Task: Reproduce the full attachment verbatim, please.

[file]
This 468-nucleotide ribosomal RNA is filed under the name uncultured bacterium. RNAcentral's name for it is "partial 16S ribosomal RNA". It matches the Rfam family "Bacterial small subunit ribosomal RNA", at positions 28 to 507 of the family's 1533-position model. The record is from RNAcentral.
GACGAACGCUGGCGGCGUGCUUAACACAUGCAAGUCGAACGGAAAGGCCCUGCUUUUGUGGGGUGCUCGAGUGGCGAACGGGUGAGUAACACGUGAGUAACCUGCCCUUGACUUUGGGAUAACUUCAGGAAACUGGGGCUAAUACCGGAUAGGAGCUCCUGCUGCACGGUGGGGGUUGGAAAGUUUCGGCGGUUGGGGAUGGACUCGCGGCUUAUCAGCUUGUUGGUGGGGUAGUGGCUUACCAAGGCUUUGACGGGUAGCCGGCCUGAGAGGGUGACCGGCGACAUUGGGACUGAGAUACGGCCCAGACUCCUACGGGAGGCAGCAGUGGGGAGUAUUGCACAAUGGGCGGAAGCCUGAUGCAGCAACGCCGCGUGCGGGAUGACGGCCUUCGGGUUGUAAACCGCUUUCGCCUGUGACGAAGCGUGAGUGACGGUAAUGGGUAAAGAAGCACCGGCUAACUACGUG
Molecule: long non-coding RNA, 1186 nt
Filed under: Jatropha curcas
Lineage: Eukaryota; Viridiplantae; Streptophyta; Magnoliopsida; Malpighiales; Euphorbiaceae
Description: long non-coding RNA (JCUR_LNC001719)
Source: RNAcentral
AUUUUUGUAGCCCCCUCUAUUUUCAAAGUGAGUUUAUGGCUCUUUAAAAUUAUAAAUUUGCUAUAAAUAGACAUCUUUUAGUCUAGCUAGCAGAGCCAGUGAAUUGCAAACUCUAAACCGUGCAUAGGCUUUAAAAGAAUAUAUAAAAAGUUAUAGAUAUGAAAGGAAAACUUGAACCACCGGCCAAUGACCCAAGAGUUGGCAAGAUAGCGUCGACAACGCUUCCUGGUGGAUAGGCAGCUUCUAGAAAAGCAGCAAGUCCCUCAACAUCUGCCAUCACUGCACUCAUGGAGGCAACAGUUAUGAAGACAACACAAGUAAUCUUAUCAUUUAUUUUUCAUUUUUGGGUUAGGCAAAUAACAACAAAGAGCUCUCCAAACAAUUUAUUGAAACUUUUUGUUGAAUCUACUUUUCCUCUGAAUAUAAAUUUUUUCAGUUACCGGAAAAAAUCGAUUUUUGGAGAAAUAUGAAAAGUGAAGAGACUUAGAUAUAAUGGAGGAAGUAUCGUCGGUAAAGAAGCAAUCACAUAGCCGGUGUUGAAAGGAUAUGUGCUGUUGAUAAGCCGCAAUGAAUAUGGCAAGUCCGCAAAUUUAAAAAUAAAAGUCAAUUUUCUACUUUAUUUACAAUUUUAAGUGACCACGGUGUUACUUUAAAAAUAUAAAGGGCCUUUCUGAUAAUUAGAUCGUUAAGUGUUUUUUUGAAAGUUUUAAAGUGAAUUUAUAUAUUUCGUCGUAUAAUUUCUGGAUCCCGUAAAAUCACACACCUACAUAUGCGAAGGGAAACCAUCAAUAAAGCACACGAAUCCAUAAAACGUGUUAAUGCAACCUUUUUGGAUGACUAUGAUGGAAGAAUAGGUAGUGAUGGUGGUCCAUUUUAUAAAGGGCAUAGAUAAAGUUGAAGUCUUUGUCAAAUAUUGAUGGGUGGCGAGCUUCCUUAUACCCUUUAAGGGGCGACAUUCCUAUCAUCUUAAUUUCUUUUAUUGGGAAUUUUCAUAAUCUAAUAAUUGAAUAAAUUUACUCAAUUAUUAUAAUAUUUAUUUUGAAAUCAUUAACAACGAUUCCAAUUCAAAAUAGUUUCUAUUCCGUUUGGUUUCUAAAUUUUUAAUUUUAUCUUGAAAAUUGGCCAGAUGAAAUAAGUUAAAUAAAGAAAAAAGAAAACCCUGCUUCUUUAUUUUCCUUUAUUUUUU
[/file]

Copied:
This 468-nucleotide ribosomal RNA is filed under the name uncultured bacterium. RNAcentral's name for it is "partial 16S ribosomal RNA". It matches the Rfam family "Bacterial small subunit ribosomal RNA", at positions 28 to 507 of the family's 1533-position model. The record is from RNAcentral.
GACGAACGCUGGCGGCGUGCUUAACACAUGCAAGUCGAACGGAAAGGCCCUGCUUUUGUGGGGUGCUCGAGUGGCGAACGGGUGAGUAACACGUGAGUAACCUGCCCUUGACUUUGGGAUAACUUCAGGAAACUGGGGCUAAUACCGGAUAGGAGCUCCUGCUGCACGGUGGGGGUUGGAAAGUUUCGGCGGUUGGGGAUGGACUCGCGGCUUAUCAGCUUGUUGGUGGGGUAGUGGCUUACCAAGGCUUUGACGGGUAGCCGGCCUGAGAGGGUGACCGGCGACAUUGGGACUGAGAUACGGCCCAGACUCCUACGGGAGGCAGCAGUGGGGAGUAUUGCACAAUGGGCGGAAGCCUGAUGCAGCAACGCCGCGUGCGGGAUGACGGCCUUCGGGUUGUAAACCGCUUUCGCCUGUGACGAAGCGUGAGUGACGGUAAUGGGUAAAGAAGCACCGGCUAACUACGUG
Molecule: long non-coding RNA, 1186 nt
Filed under: Jatropha curcas
Lineage: Eukaryota; Viridiplantae; Streptophyta; Magnoliopsida; Malpighiales; Euphorbiaceae
Description: long non-coding RNA (JCUR_LNC001719)
Source: RNAcentral
AUUUUUGUAGCCCCCUCUAUUUUCAAAGUGAGUUUAUGGCUCUUUAAAAUUAUAAAUUUGCUAUAAAUAGACAUCUUUUAGUCUAGCUAGCAGAGCCAGUGAAUUGCAAACUCUAAACCGUGCAUAGGCUUUAAAAGAAUAUAUAAAAAGUUAUAGAUAUGAAAGGAAAACUUGAACCACCGGCCAAUGACCCAAGAGUUGGCAAGAUAGCGUCGACAACGCUUCCUGGUGGAUAGGCAGCUUCUAGAAAAGCAGCAAGUCCCUCAACAUCUGCCAUCACUGCACUCAUGGAGGCAACAGUUAUGAAGACAACACAAGUAAUCUUAUCAUUUAUUUUUCAUUUUUGGGUUAGGCAAAUAACAACAAAGAGCUCUCCAAACAAUUUAUUGAAACUUUUUGUUGAAUCUACUUUUCCUCUGAAUAUAAAUUUUUUCAGUUACCGGAAAAAAUCGAUUUUUGGAGAAAUAUGAAAAGUGAAGAGACUUAGAUAUAAUGGAGGAAGUAUCGUCGGUAAAGAAGCAAUCACAUAGCCGGUGUUGAAAGGAUAUGUGCUGUUGAUAAGCCGCAAUGAAUAUGGCAAGUCCGCAAAUUUAAAAAUAAAAGUCAAUUUUCUACUUUAUUUACAAUUUUAAGUGACCACGGUGUUACUUUAAAAAUAUAAAGGGCCUUUCUGAUAAUUAGAUCGUUAAGUGUUUUUUUGAAAGUUUUAAAGUGAAUUUAUAUAUUUCGUCGUAUAAUUUCUGGAUCCCGUAAAAUCACACACCUACAUAUGCGAAGGGAAACCAUCAAUAAAGCACACGAAUCCAUAAAACGUGUUAAUGCAACCUUUUUGGAUGACUAUGAUGGAAGAAUAGGUAGUGAUGGUGGUCCAUUUUAUAAAGGGCAUAGAUAAAGUUGAAGUCUUUGUCAAAUAUUGAUGGGUGGCGAGCUUCCUUAUACCCUUUAAGGGGCGACAUUCCUAUCAUCUUAAUUUCUUUUAUUGGGAAUUUUCAUAAUCUAAUAAUUGAAUAAAUUUACUCAAUUAUUAUAAUAUUUAUUUUGAAAUCAUUAACAACGAUUCCAAUUCAAAAUAGUUUCUAUUCCGUUUGGUUUCUAAAUUUUUAAUUUUAUCUUGAAAAUUGGCCAGAUGAAAUAAGUUAAAUAAAGAAAAAAGAAAACCCUGCUUCUUUAUUUUCCUUUAUUUUUU